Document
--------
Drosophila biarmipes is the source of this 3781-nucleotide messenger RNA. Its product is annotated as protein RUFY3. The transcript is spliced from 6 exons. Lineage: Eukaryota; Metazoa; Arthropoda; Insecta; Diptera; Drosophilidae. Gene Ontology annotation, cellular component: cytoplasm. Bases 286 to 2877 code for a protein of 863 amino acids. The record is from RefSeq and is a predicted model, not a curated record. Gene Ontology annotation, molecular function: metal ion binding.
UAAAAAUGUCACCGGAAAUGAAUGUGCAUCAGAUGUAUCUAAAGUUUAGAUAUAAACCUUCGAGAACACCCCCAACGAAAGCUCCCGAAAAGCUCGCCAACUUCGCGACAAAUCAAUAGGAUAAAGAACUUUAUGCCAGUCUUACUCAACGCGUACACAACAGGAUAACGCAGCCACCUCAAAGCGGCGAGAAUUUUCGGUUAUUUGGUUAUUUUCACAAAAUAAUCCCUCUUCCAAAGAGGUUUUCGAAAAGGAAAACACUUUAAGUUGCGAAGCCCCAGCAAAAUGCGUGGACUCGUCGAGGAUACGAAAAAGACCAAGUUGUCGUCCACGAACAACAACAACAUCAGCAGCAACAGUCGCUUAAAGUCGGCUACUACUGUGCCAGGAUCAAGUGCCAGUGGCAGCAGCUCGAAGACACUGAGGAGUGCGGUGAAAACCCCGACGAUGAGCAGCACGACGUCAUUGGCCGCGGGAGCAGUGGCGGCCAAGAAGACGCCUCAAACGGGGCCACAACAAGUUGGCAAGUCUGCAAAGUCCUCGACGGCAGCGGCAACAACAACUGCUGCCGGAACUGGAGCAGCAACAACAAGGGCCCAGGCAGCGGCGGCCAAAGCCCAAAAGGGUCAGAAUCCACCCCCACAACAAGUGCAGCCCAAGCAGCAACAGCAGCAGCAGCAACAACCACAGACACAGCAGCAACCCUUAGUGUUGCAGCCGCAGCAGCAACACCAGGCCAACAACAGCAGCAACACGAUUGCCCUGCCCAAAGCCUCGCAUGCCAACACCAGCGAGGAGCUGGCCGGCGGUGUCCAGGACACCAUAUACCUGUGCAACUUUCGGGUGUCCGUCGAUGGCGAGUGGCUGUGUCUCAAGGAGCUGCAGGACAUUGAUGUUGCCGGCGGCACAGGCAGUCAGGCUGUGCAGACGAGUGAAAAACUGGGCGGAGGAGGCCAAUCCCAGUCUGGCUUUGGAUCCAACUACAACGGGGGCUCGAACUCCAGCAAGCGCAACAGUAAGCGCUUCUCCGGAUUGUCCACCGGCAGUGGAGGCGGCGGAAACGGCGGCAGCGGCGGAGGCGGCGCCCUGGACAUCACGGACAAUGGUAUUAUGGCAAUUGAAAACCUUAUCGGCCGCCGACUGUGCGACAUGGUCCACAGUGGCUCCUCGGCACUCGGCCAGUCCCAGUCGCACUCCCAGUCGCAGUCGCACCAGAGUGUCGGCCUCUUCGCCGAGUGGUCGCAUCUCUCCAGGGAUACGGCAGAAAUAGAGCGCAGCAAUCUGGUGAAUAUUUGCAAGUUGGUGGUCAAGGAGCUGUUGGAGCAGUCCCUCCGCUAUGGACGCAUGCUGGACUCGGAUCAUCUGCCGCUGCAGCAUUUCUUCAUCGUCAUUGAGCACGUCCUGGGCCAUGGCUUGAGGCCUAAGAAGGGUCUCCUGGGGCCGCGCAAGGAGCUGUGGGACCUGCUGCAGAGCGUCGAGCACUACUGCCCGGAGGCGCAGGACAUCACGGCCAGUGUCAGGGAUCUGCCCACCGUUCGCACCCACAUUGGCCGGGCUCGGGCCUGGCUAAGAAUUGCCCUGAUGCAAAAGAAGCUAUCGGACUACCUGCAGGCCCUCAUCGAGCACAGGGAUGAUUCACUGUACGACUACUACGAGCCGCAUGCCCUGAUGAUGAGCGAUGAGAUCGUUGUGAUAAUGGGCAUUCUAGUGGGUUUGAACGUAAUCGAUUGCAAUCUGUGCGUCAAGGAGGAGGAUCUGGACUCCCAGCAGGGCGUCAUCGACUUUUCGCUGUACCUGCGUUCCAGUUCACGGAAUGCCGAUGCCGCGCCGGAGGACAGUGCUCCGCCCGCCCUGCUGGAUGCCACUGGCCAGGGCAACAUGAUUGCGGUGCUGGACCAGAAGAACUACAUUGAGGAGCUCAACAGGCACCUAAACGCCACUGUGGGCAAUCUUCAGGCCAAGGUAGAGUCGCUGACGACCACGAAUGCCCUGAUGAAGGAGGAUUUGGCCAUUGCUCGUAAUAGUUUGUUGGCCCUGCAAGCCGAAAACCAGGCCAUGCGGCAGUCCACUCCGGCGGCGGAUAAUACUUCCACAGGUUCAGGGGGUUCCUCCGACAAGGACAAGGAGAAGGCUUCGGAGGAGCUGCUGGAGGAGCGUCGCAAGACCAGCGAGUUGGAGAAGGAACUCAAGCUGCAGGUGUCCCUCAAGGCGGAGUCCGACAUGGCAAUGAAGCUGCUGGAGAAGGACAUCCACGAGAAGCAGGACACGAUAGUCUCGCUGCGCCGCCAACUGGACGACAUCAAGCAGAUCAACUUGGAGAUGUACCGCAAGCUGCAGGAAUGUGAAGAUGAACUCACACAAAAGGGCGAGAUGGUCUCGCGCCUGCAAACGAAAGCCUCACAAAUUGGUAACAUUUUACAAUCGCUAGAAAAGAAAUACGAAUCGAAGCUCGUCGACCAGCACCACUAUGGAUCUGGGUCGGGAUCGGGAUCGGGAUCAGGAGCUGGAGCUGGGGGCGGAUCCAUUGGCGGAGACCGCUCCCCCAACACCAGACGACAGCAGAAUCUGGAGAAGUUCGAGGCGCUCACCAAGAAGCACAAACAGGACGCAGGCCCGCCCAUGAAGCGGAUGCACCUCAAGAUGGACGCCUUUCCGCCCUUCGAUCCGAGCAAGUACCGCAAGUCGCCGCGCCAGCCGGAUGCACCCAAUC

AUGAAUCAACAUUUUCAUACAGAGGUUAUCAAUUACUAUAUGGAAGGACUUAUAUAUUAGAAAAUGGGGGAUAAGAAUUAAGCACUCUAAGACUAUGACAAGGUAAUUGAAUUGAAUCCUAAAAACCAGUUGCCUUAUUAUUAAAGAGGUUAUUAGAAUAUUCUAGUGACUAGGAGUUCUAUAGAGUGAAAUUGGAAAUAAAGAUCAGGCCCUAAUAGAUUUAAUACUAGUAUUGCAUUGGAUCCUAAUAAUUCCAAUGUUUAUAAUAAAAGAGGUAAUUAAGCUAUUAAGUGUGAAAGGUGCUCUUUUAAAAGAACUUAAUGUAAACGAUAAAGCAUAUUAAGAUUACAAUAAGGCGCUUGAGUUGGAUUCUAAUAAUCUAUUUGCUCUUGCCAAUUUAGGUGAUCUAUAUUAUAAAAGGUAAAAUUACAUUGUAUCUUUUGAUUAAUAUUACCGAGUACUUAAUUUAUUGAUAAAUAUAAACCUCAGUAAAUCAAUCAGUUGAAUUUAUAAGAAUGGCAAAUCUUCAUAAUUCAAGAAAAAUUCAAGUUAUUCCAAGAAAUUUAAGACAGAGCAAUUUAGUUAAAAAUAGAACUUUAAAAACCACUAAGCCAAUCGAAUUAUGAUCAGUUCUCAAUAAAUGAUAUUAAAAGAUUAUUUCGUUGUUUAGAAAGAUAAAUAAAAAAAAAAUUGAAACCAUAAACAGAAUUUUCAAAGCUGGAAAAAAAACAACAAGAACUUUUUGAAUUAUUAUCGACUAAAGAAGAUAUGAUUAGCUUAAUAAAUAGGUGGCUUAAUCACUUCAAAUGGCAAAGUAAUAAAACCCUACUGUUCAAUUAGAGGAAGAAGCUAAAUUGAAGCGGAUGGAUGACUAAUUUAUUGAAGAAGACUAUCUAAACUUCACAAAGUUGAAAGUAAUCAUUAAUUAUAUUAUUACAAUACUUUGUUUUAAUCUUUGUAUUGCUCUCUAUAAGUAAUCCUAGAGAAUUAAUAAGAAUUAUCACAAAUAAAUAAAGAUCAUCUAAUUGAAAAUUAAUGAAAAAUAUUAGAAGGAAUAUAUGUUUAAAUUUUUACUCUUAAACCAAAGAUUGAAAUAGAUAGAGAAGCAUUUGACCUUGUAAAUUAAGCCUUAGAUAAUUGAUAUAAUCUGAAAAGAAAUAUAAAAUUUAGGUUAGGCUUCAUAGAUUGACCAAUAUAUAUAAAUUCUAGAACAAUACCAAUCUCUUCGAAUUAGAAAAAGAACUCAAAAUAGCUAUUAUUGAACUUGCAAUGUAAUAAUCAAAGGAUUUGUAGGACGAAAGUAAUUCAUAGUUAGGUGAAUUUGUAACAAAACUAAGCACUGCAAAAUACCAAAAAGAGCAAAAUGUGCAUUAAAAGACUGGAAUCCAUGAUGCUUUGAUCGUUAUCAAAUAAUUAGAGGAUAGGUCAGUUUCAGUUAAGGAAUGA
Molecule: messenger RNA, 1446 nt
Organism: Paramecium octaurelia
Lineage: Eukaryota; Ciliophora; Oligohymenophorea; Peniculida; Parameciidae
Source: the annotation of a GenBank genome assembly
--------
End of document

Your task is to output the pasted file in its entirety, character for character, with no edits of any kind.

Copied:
Drosophila biarmipes is the source of this 3781-nucleotide messenger RNA. Its product is annotated as protein RUFY3. The transcript is spliced from 6 exons. Lineage: Eukaryota; Metazoa; Arthropoda; Insecta; Diptera; Drosophilidae. Gene Ontology annotation, cellular component: cytoplasm. Bases 286 to 2877 code for a protein of 863 amino acids. The record is from RefSeq and is a predicted model, not a curated record. Gene Ontology annotation, molecular function: metal ion binding.
UAAAAAUGUCACCGGAAAUGAAUGUGCAUCAGAUGUAUCUAAAGUUUAGAUAUAAACCUUCGAGAACACCCCCAACGAAAGCUCCCGAAAAGCUCGCCAACUUCGCGACAAAUCAAUAGGAUAAAGAACUUUAUGCCAGUCUUACUCAACGCGUACACAACAGGAUAACGCAGCCACCUCAAAGCGGCGAGAAUUUUCGGUUAUUUGGUUAUUUUCACAAAAUAAUCCCUCUUCCAAAGAGGUUUUCGAAAAGGAAAACACUUUAAGUUGCGAAGCCCCAGCAAAAUGCGUGGACUCGUCGAGGAUACGAAAAAGACCAAGUUGUCGUCCACGAACAACAACAACAUCAGCAGCAACAGUCGCUUAAAGUCGGCUACUACUGUGCCAGGAUCAAGUGCCAGUGGCAGCAGCUCGAAGACACUGAGGAGUGCGGUGAAAACCCCGACGAUGAGCAGCACGACGUCAUUGGCCGCGGGAGCAGUGGCGGCCAAGAAGACGCCUCAAACGGGGCCACAACAAGUUGGCAAGUCUGCAAAGUCCUCGACGGCAGCGGCAACAACAACUGCUGCCGGAACUGGAGCAGCAACAACAAGGGCCCAGGCAGCGGCGGCCAAAGCCCAAAAGGGUCAGAAUCCACCCCCACAACAAGUGCAGCCCAAGCAGCAACAGCAGCAGCAGCAACAACCACAGACACAGCAGCAACCCUUAGUGUUGCAGCCGCAGCAGCAACACCAGGCCAACAACAGCAGCAACACGAUUGCCCUGCCCAAAGCCUCGCAUGCCAACACCAGCGAGGAGCUGGCCGGCGGUGUCCAGGACACCAUAUACCUGUGCAACUUUCGGGUGUCCGUCGAUGGCGAGUGGCUGUGUCUCAAGGAGCUGCAGGACAUUGAUGUUGCCGGCGGCACAGGCAGUCAGGCUGUGCAGACGAGUGAAAAACUGGGCGGAGGAGGCCAAUCCCAGUCUGGCUUUGGAUCCAACUACAACGGGGGCUCGAACUCCAGCAAGCGCAACAGUAAGCGCUUCUCCGGAUUGUCCACCGGCAGUGGAGGCGGCGGAAACGGCGGCAGCGGCGGAGGCGGCGCCCUGGACAUCACGGACAAUGGUAUUAUGGCAAUUGAAAACCUUAUCGGCCGCCGACUGUGCGACAUGGUCCACAGUGGCUCCUCGGCACUCGGCCAGUCCCAGUCGCACUCCCAGUCGCAGUCGCACCAGAGUGUCGGCCUCUUCGCCGAGUGGUCGCAUCUCUCCAGGGAUACGGCAGAAAUAGAGCGCAGCAAUCUGGUGAAUAUUUGCAAGUUGGUGGUCAAGGAGCUGUUGGAGCAGUCCCUCCGCUAUGGACGCAUGCUGGACUCGGAUCAUCUGCCGCUGCAGCAUUUCUUCAUCGUCAUUGAGCACGUCCUGGGCCAUGGCUUGAGGCCUAAGAAGGGUCUCCUGGGGCCGCGCAAGGAGCUGUGGGACCUGCUGCAGAGCGUCGAGCACUACUGCCCGGAGGCGCAGGACAUCACGGCCAGUGUCAGGGAUCUGCCCACCGUUCGCACCCACAUUGGCCGGGCUCGGGCCUGGCUAAGAAUUGCCCUGAUGCAAAAGAAGCUAUCGGACUACCUGCAGGCCCUCAUCGAGCACAGGGAUGAUUCACUGUACGACUACUACGAGCCGCAUGCCCUGAUGAUGAGCGAUGAGAUCGUUGUGAUAAUGGGCAUUCUAGUGGGUUUGAACGUAAUCGAUUGCAAUCUGUGCGUCAAGGAGGAGGAUCUGGACUCCCAGCAGGGCGUCAUCGACUUUUCGCUGUACCUGCGUUCCAGUUCACGGAAUGCCGAUGCCGCGCCGGAGGACAGUGCUCCGCCCGCCCUGCUGGAUGCCACUGGCCAGGGCAACAUGAUUGCGGUGCUGGACCAGAAGAACUACAUUGAGGAGCUCAACAGGCACCUAAACGCCACUGUGGGCAAUCUUCAGGCCAAGGUAGAGUCGCUGACGACCACGAAUGCCCUGAUGAAGGAGGAUUUGGCCAUUGCUCGUAAUAGUUUGUUGGCCCUGCAAGCCGAAAACCAGGCCAUGCGGCAGUCCACUCCGGCGGCGGAUAAUACUUCCACAGGUUCAGGGGGUUCCUCCGACAAGGACAAGGAGAAGGCUUCGGAGGAGCUGCUGGAGGAGCGUCGCAAGACCAGCGAGUUGGAGAAGGAACUCAAGCUGCAGGUGUCCCUCAAGGCGGAGUCCGACAUGGCAAUGAAGCUGCUGGAGAAGGACAUCCACGAGAAGCAGGACACGAUAGUCUCGCUGCGCCGCCAACUGGACGACAUCAAGCAGAUCAACUUGGAGAUGUACCGCAAGCUGCAGGAAUGUGAAGAUGAACUCACACAAAAGGGCGAGAUGGUCUCGCGCCUGCAAACGAAAGCCUCACAAAUUGGUAACAUUUUACAAUCGCUAGAAAAGAAAUACGAAUCGAAGCUCGUCGACCAGCACCACUAUGGAUCUGGGUCGGGAUCGGGAUCGGGAUCAGGAGCUGGAGCUGGGGGCGGAUCCAUUGGCGGAGACCGCUCCCCCAACACCAGACGACAGCAGAAUCUGGAGAAGUUCGAGGCGCUCACCAAGAAGCACAAACAGGACGCAGGCCCGCCCAUGAAGCGGAUGCACCUCAAGAUGGACGCCUUUCCGCCCUUCGAUCCGAGCAAGUACCGCAAGUCGCCGCGCCAGCCGGAUGCACCCAAUC

AUGAAUCAACAUUUUCAUACAGAGGUUAUCAAUUACUAUAUGGAAGGACUUAUAUAUUAGAAAAUGGGGGAUAAGAAUUAAGCACUCUAAGACUAUGACAAGGUAAUUGAAUUGAAUCCUAAAAACCAGUUGCCUUAUUAUUAAAGAGGUUAUUAGAAUAUUCUAGUGACUAGGAGUUCUAUAGAGUGAAAUUGGAAAUAAAGAUCAGGCCCUAAUAGAUUUAAUACUAGUAUUGCAUUGGAUCCUAAUAAUUCCAAUGUUUAUAAUAAAAGAGGUAAUUAAGCUAUUAAGUGUGAAAGGUGCUCUUUUAAAAGAACUUAAUGUAAACGAUAAAGCAUAUUAAGAUUACAAUAAGGCGCUUGAGUUGGAUUCUAAUAAUCUAUUUGCUCUUGCCAAUUUAGGUGAUCUAUAUUAUAAAAGGUAAAAUUACAUUGUAUCUUUUGAUUAAUAUUACCGAGUACUUAAUUUAUUGAUAAAUAUAAACCUCAGUAAAUCAAUCAGUUGAAUUUAUAAGAAUGGCAAAUCUUCAUAAUUCAAGAAAAAUUCAAGUUAUUCCAAGAAAUUUAAGACAGAGCAAUUUAGUUAAAAAUAGAACUUUAAAAACCACUAAGCCAAUCGAAUUAUGAUCAGUUCUCAAUAAAUGAUAUUAAAAGAUUAUUUCGUUGUUUAGAAAGAUAAAUAAAAAAAAAAUUGAAACCAUAAACAGAAUUUUCAAAGCUGGAAAAAAAACAACAAGAACUUUUUGAAUUAUUAUCGACUAAAGAAGAUAUGAUUAGCUUAAUAAAUAGGUGGCUUAAUCACUUCAAAUGGCAAAGUAAUAAAACCCUACUGUUCAAUUAGAGGAAGAAGCUAAAUUGAAGCGGAUGGAUGACUAAUUUAUUGAAGAAGACUAUCUAAACUUCACAAAGUUGAAAGUAAUCAUUAAUUAUAUUAUUACAAUACUUUGUUUUAAUCUUUGUAUUGCUCUCUAUAAGUAAUCCUAGAGAAUUAAUAAGAAUUAUCACAAAUAAAUAAAGAUCAUCUAAUUGAAAAUUAAUGAAAAAUAUUAGAAGGAAUAUAUGUUUAAAUUUUUACUCUUAAACCAAAGAUUGAAAUAGAUAGAGAAGCAUUUGACCUUGUAAAUUAAGCCUUAGAUAAUUGAUAUAAUCUGAAAAGAAAUAUAAAAUUUAGGUUAGGCUUCAUAGAUUGACCAAUAUAUAUAAAUUCUAGAACAAUACCAAUCUCUUCGAAUUAGAAAAAGAACUCAAAAUAGCUAUUAUUGAACUUGCAAUGUAAUAAUCAAAGGAUUUGUAGGACGAAAGUAAUUCAUAGUUAGGUGAAUUUGUAACAAAACUAAGCACUGCAAAAUACCAAAAAGAGCAAAAUGUGCAUUAAAAGACUGGAAUCCAUGAUGCUUUGAUCGUUAUCAAAUAAUUAGAGGAUAGGUCAGUUUCAGUUAAGGAAUGA
Molecule: messenger RNA, 1446 nt
Organism: Paramecium octaurelia
Lineage: Eukaryota; Ciliophora; Oligohymenophorea; Peniculida; Parameciidae
Source: the annotation of a GenBank genome assembly